Call it serendipity. Call it divine timing. Call it whatever you will.
When a small, blue book called “The More of Less: Finding the Life You Want Under Everything You Own” showed up in my mailbox I couldn’t wait to devour its pages. Why? Because it’s spring and we’re naturally purging already and continuing our journey into a curated, minimal lifestyle – so bring on the encouragement!
“Some people have a clear vision of what their purpose or goal in life is. For them, it’s relatively easy to craft their individual form of minimalism… Others are less clear about their objectives. They may have some inkling of what they want in life, but the picture of it in their minds is like a canvas that has only bee partially brushed with paint. These people feel dissatisfaction with their overspending and overaccumulation, and they would like to make a change, but at the outset at least, they aren’t able to fully map out what their approach to minimalism ought to be.” – Joshua Becker,“The More of Less”
If you’re in that gray space – as many of us are – this book will undoubtedly help you…
So, this post is two-fold.
First and foremost, Joshua Becker, the author of “The More of Less” so graciously offered an advanced reading copy so I could give my honest, heartfelt feedback.
But secondly, I believe I’d be doing him and his readers a disservice by only focusing solely on the book itself, so I’ll also be discussing how the book impacted our current lives in the short time we’ve had it.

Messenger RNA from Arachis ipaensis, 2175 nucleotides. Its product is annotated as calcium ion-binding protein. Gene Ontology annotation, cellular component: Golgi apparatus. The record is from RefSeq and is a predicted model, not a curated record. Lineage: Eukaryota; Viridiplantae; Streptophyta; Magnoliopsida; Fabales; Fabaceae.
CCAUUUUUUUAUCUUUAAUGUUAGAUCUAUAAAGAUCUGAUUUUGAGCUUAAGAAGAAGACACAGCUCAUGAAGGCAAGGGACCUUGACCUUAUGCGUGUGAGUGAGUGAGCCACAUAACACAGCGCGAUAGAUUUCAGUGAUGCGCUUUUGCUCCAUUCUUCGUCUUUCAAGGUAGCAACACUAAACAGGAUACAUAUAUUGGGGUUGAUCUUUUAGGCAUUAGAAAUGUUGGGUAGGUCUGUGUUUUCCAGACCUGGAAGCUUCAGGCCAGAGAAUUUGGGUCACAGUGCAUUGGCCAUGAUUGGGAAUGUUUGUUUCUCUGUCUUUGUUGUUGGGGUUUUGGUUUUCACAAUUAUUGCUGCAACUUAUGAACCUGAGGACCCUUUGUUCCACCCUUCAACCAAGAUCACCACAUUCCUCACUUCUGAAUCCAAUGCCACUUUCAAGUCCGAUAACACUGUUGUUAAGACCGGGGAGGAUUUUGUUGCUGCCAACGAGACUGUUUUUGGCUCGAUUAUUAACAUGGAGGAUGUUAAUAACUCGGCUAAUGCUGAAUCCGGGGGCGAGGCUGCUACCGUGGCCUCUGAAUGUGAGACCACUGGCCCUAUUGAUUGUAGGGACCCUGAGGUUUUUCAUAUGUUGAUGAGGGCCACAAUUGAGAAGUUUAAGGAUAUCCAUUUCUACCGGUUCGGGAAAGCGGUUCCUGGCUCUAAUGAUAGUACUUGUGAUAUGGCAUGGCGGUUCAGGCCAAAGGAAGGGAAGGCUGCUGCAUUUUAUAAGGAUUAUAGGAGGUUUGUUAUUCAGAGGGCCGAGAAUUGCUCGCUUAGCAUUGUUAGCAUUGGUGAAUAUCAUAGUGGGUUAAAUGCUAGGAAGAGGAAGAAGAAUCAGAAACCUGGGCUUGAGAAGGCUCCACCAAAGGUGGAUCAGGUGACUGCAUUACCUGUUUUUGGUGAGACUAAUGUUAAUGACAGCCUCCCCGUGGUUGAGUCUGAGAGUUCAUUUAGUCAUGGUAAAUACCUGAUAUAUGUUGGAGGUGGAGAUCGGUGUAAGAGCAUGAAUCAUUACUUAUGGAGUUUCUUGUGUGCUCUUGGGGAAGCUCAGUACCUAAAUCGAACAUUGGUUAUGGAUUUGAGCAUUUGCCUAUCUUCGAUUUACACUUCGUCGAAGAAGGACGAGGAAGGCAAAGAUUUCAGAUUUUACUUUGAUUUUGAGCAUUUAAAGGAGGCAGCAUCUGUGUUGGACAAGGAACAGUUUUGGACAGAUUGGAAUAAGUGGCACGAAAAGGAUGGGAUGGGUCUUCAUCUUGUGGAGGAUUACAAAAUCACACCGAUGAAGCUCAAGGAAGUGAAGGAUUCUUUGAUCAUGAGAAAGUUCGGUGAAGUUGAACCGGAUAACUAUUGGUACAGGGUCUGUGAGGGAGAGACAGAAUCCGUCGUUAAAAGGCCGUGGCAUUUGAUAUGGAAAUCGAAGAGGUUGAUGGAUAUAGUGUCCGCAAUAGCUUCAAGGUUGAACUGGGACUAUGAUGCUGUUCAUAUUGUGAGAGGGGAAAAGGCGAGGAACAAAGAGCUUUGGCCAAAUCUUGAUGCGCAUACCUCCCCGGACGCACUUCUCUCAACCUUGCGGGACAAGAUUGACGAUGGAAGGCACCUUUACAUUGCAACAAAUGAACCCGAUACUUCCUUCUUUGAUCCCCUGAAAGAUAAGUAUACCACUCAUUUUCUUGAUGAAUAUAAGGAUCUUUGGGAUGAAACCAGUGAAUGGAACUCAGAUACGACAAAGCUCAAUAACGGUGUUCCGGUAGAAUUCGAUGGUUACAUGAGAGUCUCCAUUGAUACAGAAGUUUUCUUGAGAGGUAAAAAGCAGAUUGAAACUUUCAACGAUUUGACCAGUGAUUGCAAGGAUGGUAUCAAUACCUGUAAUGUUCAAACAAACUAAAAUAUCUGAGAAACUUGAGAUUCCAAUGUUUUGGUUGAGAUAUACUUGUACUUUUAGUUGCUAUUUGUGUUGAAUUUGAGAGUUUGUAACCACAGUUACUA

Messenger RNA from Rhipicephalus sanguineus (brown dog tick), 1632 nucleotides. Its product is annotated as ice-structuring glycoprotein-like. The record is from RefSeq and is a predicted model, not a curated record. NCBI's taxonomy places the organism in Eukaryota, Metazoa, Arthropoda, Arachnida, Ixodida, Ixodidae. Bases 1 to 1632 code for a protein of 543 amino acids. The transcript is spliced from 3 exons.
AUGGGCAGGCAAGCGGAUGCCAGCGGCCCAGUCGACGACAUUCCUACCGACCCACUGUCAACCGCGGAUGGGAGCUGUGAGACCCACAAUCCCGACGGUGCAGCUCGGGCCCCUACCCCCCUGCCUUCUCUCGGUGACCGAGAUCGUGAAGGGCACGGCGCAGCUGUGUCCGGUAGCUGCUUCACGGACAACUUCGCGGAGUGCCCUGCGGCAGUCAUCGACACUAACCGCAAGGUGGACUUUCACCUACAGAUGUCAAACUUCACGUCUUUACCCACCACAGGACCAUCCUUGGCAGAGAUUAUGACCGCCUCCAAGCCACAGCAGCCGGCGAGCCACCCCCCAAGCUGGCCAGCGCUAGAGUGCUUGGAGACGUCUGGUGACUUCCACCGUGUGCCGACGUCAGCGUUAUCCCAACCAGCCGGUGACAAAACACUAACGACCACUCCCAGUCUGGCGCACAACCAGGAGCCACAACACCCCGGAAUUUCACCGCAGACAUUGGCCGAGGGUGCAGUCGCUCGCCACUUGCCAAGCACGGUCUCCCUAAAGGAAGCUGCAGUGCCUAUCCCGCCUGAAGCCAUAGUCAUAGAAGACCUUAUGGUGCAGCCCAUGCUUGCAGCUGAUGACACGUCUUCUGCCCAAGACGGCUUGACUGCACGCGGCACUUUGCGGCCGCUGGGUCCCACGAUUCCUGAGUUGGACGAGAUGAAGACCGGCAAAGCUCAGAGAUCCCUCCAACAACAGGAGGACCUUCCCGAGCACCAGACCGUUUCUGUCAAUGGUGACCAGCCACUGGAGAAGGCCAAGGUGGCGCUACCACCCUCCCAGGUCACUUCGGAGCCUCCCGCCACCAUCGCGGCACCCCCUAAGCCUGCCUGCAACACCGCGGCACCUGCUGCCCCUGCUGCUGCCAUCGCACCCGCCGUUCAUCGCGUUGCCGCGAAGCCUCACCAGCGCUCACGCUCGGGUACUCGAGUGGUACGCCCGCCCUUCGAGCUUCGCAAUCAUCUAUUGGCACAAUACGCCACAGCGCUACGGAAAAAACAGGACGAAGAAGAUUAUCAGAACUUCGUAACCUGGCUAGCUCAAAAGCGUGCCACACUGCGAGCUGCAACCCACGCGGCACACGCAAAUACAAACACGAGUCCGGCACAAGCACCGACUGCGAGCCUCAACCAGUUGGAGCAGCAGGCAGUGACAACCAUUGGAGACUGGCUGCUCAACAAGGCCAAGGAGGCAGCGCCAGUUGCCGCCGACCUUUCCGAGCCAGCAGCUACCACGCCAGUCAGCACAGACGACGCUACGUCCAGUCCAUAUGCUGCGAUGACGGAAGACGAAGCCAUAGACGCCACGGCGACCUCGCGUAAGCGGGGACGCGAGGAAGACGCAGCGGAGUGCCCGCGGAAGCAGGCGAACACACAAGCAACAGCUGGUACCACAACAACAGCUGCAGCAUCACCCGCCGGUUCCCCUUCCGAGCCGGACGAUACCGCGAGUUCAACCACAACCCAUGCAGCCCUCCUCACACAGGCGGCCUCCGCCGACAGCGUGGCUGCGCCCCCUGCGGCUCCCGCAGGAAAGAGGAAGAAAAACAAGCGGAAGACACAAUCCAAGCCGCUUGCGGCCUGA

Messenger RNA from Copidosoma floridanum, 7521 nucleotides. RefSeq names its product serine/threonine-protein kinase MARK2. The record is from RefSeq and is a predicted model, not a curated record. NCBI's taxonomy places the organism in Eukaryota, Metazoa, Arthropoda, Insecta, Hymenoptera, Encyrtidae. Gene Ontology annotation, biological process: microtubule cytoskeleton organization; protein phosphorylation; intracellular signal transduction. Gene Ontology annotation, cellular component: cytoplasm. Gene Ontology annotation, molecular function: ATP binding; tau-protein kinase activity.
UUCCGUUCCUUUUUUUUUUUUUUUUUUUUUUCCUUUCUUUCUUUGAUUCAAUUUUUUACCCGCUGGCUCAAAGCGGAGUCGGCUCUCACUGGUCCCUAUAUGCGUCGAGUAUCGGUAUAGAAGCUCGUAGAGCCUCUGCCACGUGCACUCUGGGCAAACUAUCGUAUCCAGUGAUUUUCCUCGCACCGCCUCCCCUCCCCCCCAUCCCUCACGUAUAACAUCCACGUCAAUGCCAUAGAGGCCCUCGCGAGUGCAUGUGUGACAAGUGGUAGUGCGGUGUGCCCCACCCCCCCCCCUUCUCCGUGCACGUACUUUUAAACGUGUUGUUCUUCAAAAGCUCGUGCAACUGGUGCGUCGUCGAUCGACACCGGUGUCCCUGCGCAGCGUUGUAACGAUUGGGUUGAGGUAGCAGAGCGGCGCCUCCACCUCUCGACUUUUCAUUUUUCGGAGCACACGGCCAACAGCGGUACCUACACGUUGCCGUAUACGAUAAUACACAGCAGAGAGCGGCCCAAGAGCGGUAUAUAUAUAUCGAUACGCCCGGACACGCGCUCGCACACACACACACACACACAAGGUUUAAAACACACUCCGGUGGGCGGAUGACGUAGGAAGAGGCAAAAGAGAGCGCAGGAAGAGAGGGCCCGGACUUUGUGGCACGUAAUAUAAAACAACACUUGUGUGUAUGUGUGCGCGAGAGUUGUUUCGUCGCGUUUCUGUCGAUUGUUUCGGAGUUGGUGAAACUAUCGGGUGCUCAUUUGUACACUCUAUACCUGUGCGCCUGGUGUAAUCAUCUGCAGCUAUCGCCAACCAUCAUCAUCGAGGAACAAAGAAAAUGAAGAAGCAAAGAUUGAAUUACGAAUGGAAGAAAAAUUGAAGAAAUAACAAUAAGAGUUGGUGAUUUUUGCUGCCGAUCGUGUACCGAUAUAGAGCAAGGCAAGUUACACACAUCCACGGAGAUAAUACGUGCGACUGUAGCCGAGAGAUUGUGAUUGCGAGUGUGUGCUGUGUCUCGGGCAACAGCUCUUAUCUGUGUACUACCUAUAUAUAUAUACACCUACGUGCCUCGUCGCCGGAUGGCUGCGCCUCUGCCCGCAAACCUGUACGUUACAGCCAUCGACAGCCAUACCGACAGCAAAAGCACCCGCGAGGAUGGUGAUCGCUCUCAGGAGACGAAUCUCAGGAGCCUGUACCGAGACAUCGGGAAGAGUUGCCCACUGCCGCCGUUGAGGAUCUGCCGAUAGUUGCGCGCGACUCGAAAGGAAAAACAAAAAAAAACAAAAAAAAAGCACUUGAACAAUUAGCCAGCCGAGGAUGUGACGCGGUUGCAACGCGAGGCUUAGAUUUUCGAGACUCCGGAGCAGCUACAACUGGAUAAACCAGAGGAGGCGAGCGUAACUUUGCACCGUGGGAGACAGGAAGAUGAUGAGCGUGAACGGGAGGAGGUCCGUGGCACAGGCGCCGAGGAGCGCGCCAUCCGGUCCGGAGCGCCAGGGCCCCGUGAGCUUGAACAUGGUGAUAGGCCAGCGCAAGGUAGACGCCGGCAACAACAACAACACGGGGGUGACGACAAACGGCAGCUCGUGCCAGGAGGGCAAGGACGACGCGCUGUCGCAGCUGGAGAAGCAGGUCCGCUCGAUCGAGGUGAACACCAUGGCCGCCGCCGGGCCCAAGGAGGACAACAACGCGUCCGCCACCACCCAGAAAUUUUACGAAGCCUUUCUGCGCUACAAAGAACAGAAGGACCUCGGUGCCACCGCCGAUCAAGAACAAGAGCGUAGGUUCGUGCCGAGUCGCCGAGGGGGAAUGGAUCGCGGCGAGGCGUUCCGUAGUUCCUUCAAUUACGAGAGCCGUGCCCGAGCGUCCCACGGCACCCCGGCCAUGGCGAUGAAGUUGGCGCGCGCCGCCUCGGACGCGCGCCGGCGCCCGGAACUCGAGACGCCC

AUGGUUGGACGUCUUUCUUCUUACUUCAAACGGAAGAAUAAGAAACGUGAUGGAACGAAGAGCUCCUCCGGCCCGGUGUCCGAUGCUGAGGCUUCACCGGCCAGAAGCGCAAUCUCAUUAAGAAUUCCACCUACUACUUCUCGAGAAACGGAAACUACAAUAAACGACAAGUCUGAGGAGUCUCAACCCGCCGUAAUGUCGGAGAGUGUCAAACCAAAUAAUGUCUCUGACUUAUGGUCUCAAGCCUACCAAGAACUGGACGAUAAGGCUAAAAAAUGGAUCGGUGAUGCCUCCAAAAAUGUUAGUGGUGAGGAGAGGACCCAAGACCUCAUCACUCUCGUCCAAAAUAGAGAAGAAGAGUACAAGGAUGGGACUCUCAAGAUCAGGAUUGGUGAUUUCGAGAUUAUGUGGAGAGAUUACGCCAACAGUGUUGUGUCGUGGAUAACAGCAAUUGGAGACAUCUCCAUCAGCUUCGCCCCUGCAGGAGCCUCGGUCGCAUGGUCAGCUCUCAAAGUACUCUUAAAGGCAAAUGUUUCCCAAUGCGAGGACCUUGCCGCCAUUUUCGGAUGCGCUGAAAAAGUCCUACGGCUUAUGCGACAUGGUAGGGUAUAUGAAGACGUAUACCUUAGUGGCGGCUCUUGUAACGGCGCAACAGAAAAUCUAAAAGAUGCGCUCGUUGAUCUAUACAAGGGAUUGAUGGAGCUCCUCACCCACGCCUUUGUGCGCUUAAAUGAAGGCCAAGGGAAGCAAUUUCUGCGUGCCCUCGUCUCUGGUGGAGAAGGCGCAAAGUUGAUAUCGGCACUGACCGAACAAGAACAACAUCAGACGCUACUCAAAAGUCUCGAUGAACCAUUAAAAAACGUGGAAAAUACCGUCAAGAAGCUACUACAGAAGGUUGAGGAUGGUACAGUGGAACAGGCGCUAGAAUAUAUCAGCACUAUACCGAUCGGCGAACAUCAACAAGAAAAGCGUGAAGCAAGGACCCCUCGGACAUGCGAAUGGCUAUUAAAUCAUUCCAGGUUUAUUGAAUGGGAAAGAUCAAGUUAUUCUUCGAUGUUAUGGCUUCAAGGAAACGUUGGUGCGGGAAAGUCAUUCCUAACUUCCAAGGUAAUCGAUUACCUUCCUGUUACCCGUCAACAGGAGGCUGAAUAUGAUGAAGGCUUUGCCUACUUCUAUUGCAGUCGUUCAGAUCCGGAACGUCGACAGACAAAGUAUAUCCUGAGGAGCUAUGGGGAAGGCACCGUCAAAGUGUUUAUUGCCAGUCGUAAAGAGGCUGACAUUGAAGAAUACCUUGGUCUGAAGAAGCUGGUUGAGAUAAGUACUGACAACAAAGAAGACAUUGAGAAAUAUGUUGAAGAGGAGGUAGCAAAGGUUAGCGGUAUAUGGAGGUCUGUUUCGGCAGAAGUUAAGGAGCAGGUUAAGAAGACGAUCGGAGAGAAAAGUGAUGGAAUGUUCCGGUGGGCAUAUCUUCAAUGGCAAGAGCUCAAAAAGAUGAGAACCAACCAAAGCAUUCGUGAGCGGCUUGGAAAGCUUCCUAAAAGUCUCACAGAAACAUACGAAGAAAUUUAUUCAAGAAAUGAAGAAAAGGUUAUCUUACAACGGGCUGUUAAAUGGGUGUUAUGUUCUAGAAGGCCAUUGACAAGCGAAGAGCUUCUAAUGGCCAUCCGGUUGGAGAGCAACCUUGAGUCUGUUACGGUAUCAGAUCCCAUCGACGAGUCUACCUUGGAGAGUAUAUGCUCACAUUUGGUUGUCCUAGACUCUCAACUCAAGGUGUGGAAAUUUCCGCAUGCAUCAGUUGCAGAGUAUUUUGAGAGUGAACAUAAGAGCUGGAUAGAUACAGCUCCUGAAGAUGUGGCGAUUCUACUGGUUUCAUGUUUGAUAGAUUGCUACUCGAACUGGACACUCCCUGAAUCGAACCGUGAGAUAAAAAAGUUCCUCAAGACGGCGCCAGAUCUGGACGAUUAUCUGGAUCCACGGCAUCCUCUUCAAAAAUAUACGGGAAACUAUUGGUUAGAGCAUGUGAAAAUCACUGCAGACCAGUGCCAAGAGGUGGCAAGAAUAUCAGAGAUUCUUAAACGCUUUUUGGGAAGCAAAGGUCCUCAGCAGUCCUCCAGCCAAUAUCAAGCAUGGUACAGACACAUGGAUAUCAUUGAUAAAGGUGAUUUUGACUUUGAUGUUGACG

“The More of Less” is nothing less than enlightening – a remarkable encounter with fate in finding your personal minimizing journey and living an intentional life. The book is sprinkled with gold nuggets of info, helpful advice, ideas and words of motivation.
My husband and I knew we wanted to live a minimally but “The More of Less” helped illustrate the how to and the why we’re pursuing living with less. It was like our “AHA!” moment.
And probably, most importantly “The More of Less” speaks truth into our lives.
Truth about ourselves. Truth about our society. Truth about confusing “excess with success” and truth about how “consumerism became confused with happiness.” Truth about how and why it’s so important to take this journey if we want to live our lives more intentionally. Truth about the misconceptions of minimalism and and truth about how seeking a minimal life won’t happen unless we rid ourselves of unneeded possessions and the desire to obtain them. In the end, it shows us how life is more fulfilling without a bunch of stuff – and he’s clear that minimalism means different things to different individuals and families.
Joshua says it’s all about decreasing distraction… In his words, minimalism is “the intentional promotion of the things we most value and the removal of anything that distracts us from them.”